More intense predialysis nephrology care is associated with better outcomes among older adults starting dialysis, a new study suggests.
In a retrospective study, patients who made more frequent visits to a nephrologist in the 12 months prior to dialysis had a lower risk of severe anemia and greater likelihood of having a permanent vascular access at dialysis initiation, data show.
Patients who made more frequent predialysis visits to a nephrologist had a lower risk of severe anemia at dialysis initiation.
The study, by Michael J. Fischer, MD, of the University of Illinois Medical Center in Chicago, and colleagues, included 58,014 patients aged 66 years or older (mean 75.7 years) who initiated chronic dialysis in 2000–2001. All were eligible for Veterans Affairs and/or Medicare-covered services. The investigators grouped patients according to intensity of nephrology visits during the 12 months prior to dialysis initiation: low intensity (fewer than 3 visits), moderate intensity (3–6 visits), and high intensity (more than 6 visits).
During the 12 months prior to starting dialysis, 22%, 13%, and 19% of patients received low-, moderate-, and high-intensity predialysis nephrology care, respectively, and 46% received no predialysis nephrology care, and these patients served as a reference group, Dr. Fischer’s team reported online in BMC Nephrology.
After adjustment for confounders, patients with high-intensity care had a 30% decreased risk of severe anemia, 34% decreased risk of having a very low estimated glomerular filtration rate (eGFR), and 3.6 times increased likelihood of having a permanent vascular access at dialysis initiation compared with the reference group. The high-intensity group also had a 20% decreased mortality risk at 2 years following dialysis initiation. Patients in the moderate-intensity and low-intensity groups had a 16% and 4% decreased risk of severe anemia, respectively, and a 33% and 28% decreased risk of having a very low eGFR. They were 2.61 times and 1.57 times more likely to start dialysis with a permanent vascular access, and they had a 13% and 6% decreased mortality risk at 2 years.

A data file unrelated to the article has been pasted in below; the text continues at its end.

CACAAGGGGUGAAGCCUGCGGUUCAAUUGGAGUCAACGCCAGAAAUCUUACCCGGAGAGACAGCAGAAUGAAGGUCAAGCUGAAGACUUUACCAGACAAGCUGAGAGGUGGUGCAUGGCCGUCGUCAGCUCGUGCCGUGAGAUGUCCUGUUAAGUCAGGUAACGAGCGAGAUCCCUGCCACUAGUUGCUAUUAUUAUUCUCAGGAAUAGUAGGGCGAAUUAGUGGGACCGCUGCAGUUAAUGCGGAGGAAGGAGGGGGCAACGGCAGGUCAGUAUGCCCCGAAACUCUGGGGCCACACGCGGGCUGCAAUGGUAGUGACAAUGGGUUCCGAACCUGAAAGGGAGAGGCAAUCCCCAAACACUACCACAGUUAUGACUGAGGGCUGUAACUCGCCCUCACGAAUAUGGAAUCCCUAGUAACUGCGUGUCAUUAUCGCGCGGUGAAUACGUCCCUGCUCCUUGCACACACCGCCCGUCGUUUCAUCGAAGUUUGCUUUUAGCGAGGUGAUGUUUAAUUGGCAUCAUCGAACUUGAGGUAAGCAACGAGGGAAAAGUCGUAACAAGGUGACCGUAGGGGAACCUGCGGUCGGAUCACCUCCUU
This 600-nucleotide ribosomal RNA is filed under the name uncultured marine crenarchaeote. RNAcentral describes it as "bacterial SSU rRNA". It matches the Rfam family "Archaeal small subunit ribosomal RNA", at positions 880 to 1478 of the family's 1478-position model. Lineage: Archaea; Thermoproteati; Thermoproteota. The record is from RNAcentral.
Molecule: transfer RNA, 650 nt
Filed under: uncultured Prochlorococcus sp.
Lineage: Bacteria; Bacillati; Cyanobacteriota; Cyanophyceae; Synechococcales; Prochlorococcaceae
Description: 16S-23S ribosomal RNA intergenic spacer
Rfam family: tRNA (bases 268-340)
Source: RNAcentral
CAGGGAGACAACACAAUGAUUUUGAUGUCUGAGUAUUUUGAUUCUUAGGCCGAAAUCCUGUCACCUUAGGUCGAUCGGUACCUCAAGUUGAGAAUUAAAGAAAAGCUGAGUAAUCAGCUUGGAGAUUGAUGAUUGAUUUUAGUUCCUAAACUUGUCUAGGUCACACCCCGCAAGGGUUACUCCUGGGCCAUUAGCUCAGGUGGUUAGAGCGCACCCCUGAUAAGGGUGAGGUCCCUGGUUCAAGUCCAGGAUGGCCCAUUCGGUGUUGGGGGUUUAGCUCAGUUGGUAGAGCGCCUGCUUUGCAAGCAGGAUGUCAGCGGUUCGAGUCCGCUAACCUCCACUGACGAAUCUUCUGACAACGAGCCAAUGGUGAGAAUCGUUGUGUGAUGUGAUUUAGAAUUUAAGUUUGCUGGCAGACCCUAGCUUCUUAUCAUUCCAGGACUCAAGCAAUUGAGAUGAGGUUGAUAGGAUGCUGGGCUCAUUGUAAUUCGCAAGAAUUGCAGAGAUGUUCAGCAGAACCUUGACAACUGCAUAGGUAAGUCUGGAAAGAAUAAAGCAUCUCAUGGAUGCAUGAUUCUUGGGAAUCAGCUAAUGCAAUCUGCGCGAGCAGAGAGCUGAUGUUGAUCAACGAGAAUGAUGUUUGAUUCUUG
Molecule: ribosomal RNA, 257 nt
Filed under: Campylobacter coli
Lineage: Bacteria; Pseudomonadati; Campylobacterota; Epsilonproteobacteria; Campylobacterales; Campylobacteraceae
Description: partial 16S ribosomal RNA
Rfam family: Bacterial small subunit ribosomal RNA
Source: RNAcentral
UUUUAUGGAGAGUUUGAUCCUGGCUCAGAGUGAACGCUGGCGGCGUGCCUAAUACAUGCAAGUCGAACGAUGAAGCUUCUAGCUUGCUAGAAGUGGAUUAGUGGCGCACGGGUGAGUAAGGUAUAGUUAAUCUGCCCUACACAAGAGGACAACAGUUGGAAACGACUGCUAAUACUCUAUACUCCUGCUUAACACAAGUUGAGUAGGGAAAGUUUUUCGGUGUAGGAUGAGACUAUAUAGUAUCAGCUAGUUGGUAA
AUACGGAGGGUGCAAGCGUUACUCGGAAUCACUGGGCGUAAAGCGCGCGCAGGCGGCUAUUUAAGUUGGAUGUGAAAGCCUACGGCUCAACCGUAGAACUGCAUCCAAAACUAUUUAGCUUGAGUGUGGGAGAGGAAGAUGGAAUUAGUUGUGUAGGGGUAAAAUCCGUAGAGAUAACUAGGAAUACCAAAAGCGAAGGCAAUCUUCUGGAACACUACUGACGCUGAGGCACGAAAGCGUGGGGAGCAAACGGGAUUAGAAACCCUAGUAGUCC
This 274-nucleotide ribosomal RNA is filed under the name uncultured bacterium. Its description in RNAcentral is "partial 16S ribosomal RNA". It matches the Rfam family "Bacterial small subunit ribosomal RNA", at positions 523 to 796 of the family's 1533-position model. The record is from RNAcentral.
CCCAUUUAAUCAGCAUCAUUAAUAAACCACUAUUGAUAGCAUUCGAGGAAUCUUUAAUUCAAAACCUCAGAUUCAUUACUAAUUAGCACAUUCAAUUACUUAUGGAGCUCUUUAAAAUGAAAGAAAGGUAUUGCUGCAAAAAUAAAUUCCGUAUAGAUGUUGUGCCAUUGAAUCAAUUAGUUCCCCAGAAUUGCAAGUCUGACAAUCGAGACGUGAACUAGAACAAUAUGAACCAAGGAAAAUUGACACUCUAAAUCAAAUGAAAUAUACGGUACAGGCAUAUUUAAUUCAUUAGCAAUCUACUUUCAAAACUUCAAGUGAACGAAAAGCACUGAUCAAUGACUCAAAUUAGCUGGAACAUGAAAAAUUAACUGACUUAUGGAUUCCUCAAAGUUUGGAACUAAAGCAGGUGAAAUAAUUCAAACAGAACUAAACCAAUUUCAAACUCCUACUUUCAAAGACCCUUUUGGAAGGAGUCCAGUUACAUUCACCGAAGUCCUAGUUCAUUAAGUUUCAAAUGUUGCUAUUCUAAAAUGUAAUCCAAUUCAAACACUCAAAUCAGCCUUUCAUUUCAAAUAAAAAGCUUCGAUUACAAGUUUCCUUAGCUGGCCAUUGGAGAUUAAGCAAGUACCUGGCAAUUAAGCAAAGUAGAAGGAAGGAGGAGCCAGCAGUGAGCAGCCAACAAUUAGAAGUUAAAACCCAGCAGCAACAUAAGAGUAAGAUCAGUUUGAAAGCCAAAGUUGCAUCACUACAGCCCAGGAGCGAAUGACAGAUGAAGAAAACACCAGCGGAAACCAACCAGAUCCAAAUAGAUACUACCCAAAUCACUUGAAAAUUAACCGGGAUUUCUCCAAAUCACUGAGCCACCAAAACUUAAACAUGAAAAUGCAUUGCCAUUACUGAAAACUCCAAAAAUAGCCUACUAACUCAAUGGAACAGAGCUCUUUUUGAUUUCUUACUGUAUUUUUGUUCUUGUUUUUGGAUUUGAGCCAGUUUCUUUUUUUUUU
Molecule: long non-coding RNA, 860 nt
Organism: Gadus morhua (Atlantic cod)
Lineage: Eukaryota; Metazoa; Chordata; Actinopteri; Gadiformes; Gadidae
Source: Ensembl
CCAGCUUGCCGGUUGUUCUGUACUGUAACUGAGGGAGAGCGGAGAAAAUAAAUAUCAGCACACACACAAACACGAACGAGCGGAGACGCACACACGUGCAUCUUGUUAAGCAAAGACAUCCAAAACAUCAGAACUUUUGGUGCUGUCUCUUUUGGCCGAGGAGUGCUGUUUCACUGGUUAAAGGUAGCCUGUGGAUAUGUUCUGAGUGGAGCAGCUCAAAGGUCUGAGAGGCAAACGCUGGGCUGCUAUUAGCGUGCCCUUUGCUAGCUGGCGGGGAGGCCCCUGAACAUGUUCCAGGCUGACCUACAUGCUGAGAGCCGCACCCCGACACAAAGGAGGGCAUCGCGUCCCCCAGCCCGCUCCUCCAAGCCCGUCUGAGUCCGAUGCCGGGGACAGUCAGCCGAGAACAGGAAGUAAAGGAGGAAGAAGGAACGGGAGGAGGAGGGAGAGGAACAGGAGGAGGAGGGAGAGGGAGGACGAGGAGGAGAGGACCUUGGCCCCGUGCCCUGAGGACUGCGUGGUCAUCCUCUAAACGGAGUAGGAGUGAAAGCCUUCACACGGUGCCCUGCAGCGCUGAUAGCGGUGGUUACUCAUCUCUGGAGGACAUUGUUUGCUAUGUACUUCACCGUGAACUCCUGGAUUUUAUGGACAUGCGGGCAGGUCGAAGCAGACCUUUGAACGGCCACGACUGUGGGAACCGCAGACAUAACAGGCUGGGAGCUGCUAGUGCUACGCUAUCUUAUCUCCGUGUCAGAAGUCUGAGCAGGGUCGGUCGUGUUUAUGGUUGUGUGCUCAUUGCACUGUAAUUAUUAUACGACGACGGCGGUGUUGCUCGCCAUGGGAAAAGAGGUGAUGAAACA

“These findings suggest that in older patients expected to initiate chronic dialysis, more frequent nephrology care beforehand may translate into more favorable outcomes at the time of and within two years following dialysis initiation,” the investigators concluded.
Dr. Fischer and his colleagues noted that they are not advocating broad nephrology referral for all older patients with severe chronic kidney disease. “Decisions regarding implementing guideline recommendations and dialysis preparations for older patients are often particularly complex and challenging because of the burden of disability and functional compromise,” they stated.
In pointing out study limitations, the investigators noted that selection bias could impact their findings because predialysis nephrology care was not allocated randomly. “Patients with more rapid loss of kidney function might be both more ill and less likely to see a nephrologist.” The researchers also noted that lead time bias could affect their findings “because patients with higher intensity nephrology care initiated dialysis at higher eGFR values, and may possibly have less severe disease.”